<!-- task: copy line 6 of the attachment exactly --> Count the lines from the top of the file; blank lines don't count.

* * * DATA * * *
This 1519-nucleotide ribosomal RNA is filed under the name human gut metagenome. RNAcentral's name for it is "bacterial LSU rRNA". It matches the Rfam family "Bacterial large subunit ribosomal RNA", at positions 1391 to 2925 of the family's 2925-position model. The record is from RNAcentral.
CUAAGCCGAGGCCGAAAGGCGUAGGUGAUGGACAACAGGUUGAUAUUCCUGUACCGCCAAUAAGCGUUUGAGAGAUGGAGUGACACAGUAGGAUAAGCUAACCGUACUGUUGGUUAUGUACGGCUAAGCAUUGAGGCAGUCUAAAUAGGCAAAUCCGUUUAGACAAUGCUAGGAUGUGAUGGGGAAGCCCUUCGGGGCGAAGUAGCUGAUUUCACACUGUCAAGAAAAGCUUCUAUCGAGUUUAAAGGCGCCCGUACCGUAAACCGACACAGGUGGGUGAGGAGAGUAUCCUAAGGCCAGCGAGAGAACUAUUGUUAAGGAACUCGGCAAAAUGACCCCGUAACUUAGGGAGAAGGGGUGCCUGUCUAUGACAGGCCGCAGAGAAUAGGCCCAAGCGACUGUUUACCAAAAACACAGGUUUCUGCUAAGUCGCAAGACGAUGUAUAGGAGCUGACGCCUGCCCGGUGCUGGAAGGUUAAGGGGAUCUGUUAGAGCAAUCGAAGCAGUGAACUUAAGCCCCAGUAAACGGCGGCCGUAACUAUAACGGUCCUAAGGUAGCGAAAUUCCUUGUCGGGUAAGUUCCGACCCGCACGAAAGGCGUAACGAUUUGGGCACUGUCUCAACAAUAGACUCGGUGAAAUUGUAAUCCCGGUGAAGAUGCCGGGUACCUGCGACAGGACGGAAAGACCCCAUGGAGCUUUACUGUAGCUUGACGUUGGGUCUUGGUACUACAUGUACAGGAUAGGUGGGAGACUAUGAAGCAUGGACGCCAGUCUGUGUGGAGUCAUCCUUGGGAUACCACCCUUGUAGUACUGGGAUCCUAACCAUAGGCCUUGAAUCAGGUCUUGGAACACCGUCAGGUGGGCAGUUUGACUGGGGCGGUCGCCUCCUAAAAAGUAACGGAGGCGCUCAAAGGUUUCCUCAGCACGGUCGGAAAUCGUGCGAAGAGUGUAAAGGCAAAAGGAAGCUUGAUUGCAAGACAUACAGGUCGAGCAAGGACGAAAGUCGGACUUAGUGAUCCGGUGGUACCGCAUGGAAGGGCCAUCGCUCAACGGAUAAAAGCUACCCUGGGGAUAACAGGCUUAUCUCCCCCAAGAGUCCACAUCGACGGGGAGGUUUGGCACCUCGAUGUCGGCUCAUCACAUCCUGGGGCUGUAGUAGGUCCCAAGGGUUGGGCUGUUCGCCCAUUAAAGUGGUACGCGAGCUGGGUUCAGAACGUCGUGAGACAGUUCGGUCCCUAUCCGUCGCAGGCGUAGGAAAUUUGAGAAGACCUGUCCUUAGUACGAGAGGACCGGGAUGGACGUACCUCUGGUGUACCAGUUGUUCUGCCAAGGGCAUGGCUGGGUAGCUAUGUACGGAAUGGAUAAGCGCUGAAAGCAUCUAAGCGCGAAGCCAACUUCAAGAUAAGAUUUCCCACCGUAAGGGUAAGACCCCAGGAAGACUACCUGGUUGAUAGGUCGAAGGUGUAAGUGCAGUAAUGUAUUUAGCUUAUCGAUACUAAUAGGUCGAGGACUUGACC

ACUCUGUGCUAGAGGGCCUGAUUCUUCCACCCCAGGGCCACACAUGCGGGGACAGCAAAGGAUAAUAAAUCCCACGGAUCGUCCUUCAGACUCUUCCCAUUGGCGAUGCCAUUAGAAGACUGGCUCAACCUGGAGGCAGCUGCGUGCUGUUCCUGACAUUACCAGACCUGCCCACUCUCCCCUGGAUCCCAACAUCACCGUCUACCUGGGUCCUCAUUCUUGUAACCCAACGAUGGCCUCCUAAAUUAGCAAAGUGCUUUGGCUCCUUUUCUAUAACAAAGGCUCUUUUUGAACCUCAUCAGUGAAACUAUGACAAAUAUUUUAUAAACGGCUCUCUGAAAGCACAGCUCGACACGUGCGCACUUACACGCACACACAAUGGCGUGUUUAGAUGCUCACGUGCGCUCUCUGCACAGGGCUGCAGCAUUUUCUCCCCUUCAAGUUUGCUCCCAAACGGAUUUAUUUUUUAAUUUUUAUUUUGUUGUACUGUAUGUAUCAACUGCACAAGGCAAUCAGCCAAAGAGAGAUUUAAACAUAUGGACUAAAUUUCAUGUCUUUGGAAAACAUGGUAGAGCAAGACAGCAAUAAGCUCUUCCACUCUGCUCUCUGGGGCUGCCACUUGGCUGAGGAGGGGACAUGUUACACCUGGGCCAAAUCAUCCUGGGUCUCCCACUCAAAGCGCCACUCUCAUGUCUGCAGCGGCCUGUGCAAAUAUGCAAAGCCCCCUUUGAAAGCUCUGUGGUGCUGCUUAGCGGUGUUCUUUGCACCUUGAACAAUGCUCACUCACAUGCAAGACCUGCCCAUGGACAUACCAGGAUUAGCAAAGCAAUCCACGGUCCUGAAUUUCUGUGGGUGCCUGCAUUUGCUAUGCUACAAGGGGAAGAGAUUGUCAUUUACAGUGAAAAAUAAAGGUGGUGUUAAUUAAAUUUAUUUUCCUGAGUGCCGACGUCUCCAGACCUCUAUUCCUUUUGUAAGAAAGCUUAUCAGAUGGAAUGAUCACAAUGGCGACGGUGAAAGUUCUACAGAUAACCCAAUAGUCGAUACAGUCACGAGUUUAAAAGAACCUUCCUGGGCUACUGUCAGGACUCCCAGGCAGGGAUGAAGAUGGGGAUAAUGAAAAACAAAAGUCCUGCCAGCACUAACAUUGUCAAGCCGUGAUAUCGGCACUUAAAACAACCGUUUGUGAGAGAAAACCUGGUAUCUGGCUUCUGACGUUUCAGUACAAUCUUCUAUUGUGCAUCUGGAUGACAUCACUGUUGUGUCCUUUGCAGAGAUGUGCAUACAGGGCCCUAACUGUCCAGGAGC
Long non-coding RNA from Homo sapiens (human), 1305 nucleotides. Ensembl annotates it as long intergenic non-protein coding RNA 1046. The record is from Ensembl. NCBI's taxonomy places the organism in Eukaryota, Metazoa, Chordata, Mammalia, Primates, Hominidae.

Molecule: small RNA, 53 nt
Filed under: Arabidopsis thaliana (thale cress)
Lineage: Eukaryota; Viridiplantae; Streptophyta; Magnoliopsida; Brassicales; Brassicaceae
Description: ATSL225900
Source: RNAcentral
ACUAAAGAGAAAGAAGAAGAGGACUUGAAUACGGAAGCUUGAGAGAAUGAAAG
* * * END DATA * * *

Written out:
Filed under: Arabidopsis thaliana (thale cress)